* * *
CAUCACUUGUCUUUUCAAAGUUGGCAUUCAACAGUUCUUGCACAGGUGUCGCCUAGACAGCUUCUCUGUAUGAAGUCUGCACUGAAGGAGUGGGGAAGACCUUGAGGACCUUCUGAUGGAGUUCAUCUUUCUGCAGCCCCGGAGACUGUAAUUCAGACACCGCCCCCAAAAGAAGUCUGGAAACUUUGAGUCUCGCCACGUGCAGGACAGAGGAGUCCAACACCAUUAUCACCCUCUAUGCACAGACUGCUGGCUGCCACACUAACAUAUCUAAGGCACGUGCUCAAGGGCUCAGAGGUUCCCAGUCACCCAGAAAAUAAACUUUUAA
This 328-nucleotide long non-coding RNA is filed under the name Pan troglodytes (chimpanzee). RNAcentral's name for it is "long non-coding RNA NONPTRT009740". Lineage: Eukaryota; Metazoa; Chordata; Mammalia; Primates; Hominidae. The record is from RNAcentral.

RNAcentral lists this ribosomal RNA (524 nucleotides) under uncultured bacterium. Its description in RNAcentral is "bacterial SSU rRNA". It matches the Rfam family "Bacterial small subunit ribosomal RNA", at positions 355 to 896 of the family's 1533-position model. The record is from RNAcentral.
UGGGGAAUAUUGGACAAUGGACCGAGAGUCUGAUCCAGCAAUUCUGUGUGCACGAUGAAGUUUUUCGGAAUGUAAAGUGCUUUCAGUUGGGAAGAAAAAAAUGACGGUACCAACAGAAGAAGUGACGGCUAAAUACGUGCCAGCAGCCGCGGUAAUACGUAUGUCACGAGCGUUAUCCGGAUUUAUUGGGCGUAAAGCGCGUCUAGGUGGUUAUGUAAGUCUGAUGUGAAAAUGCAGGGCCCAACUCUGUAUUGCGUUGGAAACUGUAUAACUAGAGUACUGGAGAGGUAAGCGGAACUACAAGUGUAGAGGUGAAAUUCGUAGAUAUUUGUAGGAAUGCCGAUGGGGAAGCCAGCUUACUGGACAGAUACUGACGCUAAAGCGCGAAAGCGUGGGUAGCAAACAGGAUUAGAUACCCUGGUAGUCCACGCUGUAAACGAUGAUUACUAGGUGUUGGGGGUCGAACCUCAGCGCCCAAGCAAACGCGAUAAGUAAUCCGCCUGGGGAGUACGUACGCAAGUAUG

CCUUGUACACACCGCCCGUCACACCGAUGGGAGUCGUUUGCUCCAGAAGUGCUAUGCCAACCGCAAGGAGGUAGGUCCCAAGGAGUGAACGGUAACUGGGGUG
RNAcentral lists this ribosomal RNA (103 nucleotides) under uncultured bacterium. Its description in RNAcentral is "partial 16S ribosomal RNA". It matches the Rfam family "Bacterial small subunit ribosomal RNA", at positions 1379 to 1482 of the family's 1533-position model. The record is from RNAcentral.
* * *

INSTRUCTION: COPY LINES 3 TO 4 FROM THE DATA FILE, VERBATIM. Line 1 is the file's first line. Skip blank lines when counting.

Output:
RNAcentral lists this ribosomal RNA (524 nucleotides) under uncultured bacterium. Its description in RNAcentral is "bacterial SSU rRNA". It matches the Rfam family "Bacterial small subunit ribosomal RNA", at positions 355 to 896 of the family's 1533-position model. The record is from RNAcentral.
UGGGGAAUAUUGGACAAUGGACCGAGAGUCUGAUCCAGCAAUUCUGUGUGCACGAUGAAGUUUUUCGGAAUGUAAAGUGCUUUCAGUUGGGAAGAAAAAAAUGACGGUACCAACAGAAGAAGUGACGGCUAAAUACGUGCCAGCAGCCGCGGUAAUACGUAUGUCACGAGCGUUAUCCGGAUUUAUUGGGCGUAAAGCGCGUCUAGGUGGUUAUGUAAGUCUGAUGUGAAAAUGCAGGGCCCAACUCUGUAUUGCGUUGGAAACUGUAUAACUAGAGUACUGGAGAGGUAAGCGGAACUACAAGUGUAGAGGUGAAAUUCGUAGAUAUUUGUAGGAAUGCCGAUGGGGAAGCCAGCUUACUGGACAGAUACUGACGCUAAAGCGCGAAAGCGUGGGUAGCAAACAGGAUUAGAUACCCUGGUAGUCCACGCUGUAAACGAUGAUUACUAGGUGUUGGGGGUCGAACCUCAGCGCCCAAGCAAACGCGAUAAGUAAUCCGCCUGGGGAGUACGUACGCAAGUAUG